What We’ve Learned about Building Successful Education Technology Products

We’ve been working in education technology longer than most — going on eight years. In that time, we’ve collaborated with countless education partners, chatted with thousands of instructors, released hundreds of product updates and conducted a respectable amount of original research.

Our journey hasn’t been easy. We’ve made all sorts of mistakes along the way and learned a ton about what works and what doesn’t.

Now that we’re seasoned pros, we’re going to share these “lessons learned” with you. This is just our experience, so adjust accordingly, and let us know what you’ve been learning, too.

Nobody cares about your slick technology

Our application of text analysis to education in 2005 (the year YouTube launched!) was way ahead of its time. But nobody cared. Teachers only care about being able to do their job better. They want value and usability, not a technological distraction. Respect what teachers are already doing, get their frequent input, and make sure your product helps them excel.

Involve as many teachers as possible early on

The foundation of your product development process needs to be teachers. Every product needs to start with at least ten teachers using the tool in the classroom. If you can’t get 10 teachers that can’t live without your product, then you need to rethink your product. Don’t try to scale until you get this foundational traction.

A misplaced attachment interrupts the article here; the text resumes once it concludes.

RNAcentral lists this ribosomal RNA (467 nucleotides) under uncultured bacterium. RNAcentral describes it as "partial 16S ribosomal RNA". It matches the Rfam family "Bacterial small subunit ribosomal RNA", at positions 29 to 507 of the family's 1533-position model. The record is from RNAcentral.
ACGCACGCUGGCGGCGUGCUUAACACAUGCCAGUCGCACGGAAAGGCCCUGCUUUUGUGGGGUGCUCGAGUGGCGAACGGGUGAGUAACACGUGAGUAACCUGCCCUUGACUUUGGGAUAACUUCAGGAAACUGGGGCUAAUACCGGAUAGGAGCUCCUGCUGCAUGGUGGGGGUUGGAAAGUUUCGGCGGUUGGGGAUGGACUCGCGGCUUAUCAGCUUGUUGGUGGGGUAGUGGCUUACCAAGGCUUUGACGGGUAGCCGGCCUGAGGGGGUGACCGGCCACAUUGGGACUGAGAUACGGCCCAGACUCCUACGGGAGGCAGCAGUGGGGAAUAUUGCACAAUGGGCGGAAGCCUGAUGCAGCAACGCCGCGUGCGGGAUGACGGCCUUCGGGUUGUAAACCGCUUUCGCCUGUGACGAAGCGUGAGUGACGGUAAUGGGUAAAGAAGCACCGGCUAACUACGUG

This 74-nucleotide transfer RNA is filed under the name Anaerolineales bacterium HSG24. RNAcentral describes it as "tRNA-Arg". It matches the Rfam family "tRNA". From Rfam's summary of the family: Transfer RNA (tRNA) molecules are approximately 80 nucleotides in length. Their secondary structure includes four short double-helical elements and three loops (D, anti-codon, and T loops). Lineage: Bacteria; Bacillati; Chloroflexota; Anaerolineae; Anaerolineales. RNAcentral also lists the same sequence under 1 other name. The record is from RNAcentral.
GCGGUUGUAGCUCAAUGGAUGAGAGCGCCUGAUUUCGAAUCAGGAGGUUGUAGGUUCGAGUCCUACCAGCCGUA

Start with individual teachers, not administrators (or schools, districts, etc.)

Yes, I know the money is at the school or district level. That’s where you might end up, but it’s a horrible place to start. The higher ups have influence, but no new technology will get traction without support from individual teachers. Often a tool can please admins but never get used because it doesn’t actually work in the classroom and will ultimately fail in the market.

Another thing to consider: A typically sales cycle at a school/district is 12-18 months. If you go direct to individual teachers instead, you should be able to get a sales cycle of a month or two.

Take usability seriously

Your product needs to be incredibly easy to use. Teachers are the busiest people in the universe and have no time to spend on tools that aren’t ready-to-go out of the box. Work, work, work until instructors can get up-and-running with your tool in less than 10 seconds. Hire a UX designer who knows what she’s doing. Conduct usability testing early and often.

Ruthlessly eliminate risk for your users

It is vital to eliminate the risks for a teacher trying your product. This could mean offering it for free, or using some kind of freemium pricing model. This also means having some evidence that your tool works and has been used successfully in other classrooms.

Focus on word-of-mouth

Social credibility (via social media, case studies, etc.) is your most effective marketing strategy. If you can’t get this foundational peer-to-peer support, then you don’t have a product that actually helps the lives of teachers and students. Teachers trust each other more than anyone else, so keep your users happy and they will market the product for you.

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